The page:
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  • mmol/l to mg/l

    hello everyone

    is there any conversion factor to convert mmol/l to mg/l?
    how does one prepare mmol/l of any solution, say lead nitrate??

    cheers
    p

  • #2
    Re: mmol/l to mg/l

    Here is a chart with various factors:
    http://www.vin.com/scripts/labquest/converthtml.pl

    There is a technical explantion of the process here:
    http://faculty.plattsburgh.edu/rober...ions/index.htm

    Comment


    • #3
      Re: mmol/l to mg/l

      thanks a ton

      Comment


      • #4
        Re: mmol/l to mg/l

        Originally posted by forconversion20
        hello everyone

        is there any conversion factor to convert mmol/l to mg/l?
        how does one prepare mmol/l of any solution, say lead nitrate??

        cheers
        p
        To convert mmol/l to mg/l
        Multiply mmol/l with 18 you will get mg/l.

        Regards
        Zubair

        Comment


        • #5
          Re: mmol/l to mg/l

          Why 18??? I need to do pretty much teh same conversion going from mol/L to mg/L and i cant for the life of me remember how to do it

          Comment


          • #6
            Re: mmol/l to mg/l

            A mole, or mol of something is the weight of a precise number of atoms or molecules, called Avagadro's number. This is the atomic or molecular weight.

            1 mol of lead nitrate is the weight in grams of 6.0221415 10 molecules.

            It will be a LOT more than 18.
            18g is the weight of 1 mol of water (H2O).

            A 1mol/L (1M or 1molar) solution has 6.0221415 x 10 molecules per litre, and is in g/L
            A 1mmol/L (1millimolar) solution is 1000 times more dilute, and there are 1000mg in 1g.

            So to go from mmol/L to mg/L, multiply by the molecular weight.

            To go from mg/L to mmol/L divide by the molecular weight.

            Lead is poisonous, particularly in solution. If you are really dealing with these solutions, is it possible to get the help of someone who is trained in the use of chemical poisons?

            Comment


            • #7
              Re: mmol/l to mg/l

              dOes anyOne knOw how to convert mg/L to mol/L??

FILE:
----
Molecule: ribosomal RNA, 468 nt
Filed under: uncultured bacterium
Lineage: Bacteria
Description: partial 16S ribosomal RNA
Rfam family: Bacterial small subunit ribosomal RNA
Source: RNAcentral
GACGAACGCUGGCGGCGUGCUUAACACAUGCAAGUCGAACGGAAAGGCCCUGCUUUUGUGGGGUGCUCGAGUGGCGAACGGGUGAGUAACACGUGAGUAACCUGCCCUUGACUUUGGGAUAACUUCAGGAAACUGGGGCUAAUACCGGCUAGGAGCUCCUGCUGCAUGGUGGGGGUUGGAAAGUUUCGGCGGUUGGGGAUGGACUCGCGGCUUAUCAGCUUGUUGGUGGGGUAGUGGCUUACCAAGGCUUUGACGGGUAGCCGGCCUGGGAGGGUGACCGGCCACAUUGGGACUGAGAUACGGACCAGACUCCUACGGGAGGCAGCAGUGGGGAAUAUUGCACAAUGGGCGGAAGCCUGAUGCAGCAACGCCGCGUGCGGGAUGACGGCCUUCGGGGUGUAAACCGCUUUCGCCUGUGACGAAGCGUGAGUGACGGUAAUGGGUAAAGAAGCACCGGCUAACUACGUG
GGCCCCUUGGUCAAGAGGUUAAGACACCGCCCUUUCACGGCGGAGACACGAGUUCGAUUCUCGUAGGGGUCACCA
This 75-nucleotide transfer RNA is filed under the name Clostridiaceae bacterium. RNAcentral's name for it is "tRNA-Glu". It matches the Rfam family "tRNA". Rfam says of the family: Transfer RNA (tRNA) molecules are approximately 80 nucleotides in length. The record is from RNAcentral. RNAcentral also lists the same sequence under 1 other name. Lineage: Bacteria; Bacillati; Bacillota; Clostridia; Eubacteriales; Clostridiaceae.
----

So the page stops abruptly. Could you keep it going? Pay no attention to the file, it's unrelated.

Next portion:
Comment


              • #8
                Re: mmol/l to mg/l

                Originally posted by Unregistered
                Why 18??? I need to do pretty much teh same conversion going from mol/L to mg/L and i cant for the life of me remember how to do it
                I need conversion form mmol/L to mg/L and explanation of how to come about that.

                Comment


                • #9
                  Re: mmol/l to mg/l

                  Originally posted by Unregistered
                  I need conversion form mmol/L to mg/L and explanation of how to come about that.
                  Hi, If post #6 doesn't answer your question, please can you provide information about what you are trying to do, exactly?

                  Comment


                  • #10
                    Re: mmol/l to mg/l

                    Regarding the number '18' in this forum.
                    It appears in much literature surrounding the conversion of mmol/L - especially for blood glucose.

                    I found a diabetes article today that uses the number 18 as a conversion tool, on a UK diabetic website. I was trying to find a simple explanation for mmol/L for a student nurse whom I am mentoring just now. As usual I have become totally side tracked.

                    I would find it interesting to discover where the '18' originates - can investigate 'links' myself, if any available. Thank you.

                    Comment


                    • #11
                      Re: mmol/l to mg/l

                      Originally posted by dorianjane
                      Regarding the number '18' in this forum.
                      It appears in much literature surrounding the conversion of mmol/L - especially for blood glucose.

                      I found a diabetes article today that uses the number 18 as a conversion tool, on a UK diabetic website. I was trying to find a simple explanation for mmol/L for a student nurse whom I am mentoring just now. As usual I have become totally side tracked.